As we prepare for National Poetry Month in April, today I’m introducing our readers to one of my favorite poets, Robert Frost. Though he was born in San Francisco on March 26, 1874, and lived for brief periods in England, Michigan, and Florida, Frost is usually associated with New England. His father died in California of tuberculosis in 1885, and he and his mother and sister moved to Lawrence, Massachusetts to live with Robert’s grandparents. He graduated from high school in Lawrence, and shared valedictorian honors with his future wife, Elinor Miriam White.
Since March is Umbrella Month, allow me to tell you a little bit about the history of the umbrella and how they are being used today. Umbrellas have been in existence for thousands of years, when umbrellas were originally used to shade important persons from the sun. But soon people realized that umbrellas functioned as a wonderful shield from the rain.
We have received the following titles in the last quarter.
Check them out!
List compiled by Diane Osborne. Continue reading
One day each year the city of Chicago dyes the Chicago River green, what would possess the citizens of the Windy City to dye their river green? Saint Patrick’s Day of course! It’s not just a river, pubs and bars in the United States and The Emerald Isle will be serving green beer, signs and shirts reading “Kiss me I’m Irish” will be in abundance, and anyone not wearing green is libel to get pinched. The question here is who was Saint Patrick and why do we spend every March 17 enjoying all thing dyed green? Continue reading
On March 16th, Law colleges and other institutions celebrate the rights and freedoms provided as a result of the “Freedom of Information Act.” Why do we celebrate on this particular day when the “Freedom of Information Act” was enacted on July 4, 1966? Well, on March 16, 1751, the “Father of the Constitution,” James Madison Jr. was born. He earned that title for drafting the Constitution of the United States and the U.S. Bill of Rights. Continue reading
It’s March 14th, or 3.14 / π (Pi) day! That’s right; it’s the celebration of everyone’s favorite circumference over diameter! Seriously though, it’s really just an excuse to recognize the fact that the date shares the first three digits of the never-ending number of Pi and to eat pieces of pie outside of the general holidays.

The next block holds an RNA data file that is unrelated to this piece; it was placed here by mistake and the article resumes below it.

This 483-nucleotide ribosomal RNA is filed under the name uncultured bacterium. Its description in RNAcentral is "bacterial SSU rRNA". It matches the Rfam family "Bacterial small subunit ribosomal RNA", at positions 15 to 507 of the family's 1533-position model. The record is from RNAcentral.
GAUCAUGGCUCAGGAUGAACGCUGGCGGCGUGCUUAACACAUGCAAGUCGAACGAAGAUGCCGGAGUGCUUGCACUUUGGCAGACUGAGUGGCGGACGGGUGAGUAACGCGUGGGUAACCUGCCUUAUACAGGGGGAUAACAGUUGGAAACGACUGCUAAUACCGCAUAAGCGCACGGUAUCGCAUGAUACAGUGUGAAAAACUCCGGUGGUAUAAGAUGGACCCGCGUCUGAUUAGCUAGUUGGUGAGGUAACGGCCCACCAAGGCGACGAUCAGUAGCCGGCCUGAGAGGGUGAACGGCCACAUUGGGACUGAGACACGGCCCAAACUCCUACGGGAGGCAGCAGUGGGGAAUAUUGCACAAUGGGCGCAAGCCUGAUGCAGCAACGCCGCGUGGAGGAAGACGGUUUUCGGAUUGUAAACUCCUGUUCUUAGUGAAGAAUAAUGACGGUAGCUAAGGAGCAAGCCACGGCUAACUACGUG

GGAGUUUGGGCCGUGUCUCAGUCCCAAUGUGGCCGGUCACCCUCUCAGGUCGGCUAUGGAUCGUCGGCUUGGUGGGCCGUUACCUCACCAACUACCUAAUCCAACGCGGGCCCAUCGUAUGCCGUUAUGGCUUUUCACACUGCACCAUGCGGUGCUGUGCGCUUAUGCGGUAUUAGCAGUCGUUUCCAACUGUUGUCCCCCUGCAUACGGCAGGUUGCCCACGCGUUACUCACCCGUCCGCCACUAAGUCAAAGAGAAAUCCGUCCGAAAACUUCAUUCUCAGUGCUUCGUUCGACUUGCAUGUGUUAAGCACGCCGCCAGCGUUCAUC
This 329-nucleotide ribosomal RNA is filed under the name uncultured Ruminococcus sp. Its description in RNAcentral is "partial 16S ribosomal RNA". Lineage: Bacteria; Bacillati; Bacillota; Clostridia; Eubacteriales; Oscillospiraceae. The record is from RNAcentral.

In a bit of a switch from the general celebration of mathematics for the day, I thought I would highlight some of our materials about a relatively new, cheap Linux-based computer: the Raspberry Pi! You might have heard of it for making home arcade machines or for programming classes. If you want to know more, or are interested in what you can do with a Raspberry Pi, head inside to find out more! Continue reading
On January 5, 2017, the Library held its second student book club, featuring the book, “Miss Peregrine’s Home for Peculiar Children,” by Ransom Riggs. Those in attendance had a very thought-provoking discussion with some fascinating perspectives, especially between the book and the movie which was released in early fall.
We all know about leprechauns, the little tricksters that you have to catch in order to get their treasure of three wishes. A lot of mythology goes into the traditions that people have come to know for holidays like St. Patrick’s Day. The topic of traditions on St. Patrick’s Day is already being covered by another blogger so this blog is to explore other creatures from Irish mythology. Continue reading
150 years ago this month Nebraska became the 37th state of the United States. (Which means that Bellevue University has been around for a third of the state’s history!) All this month you’re likely to see a lot of talk about Nebraska history and culture, and this post is no exception. Continue reading
We all enjoy apps that help us in our everyday life.
We found a handful that you might be interested in adding to your collection.
Be sure to check these out!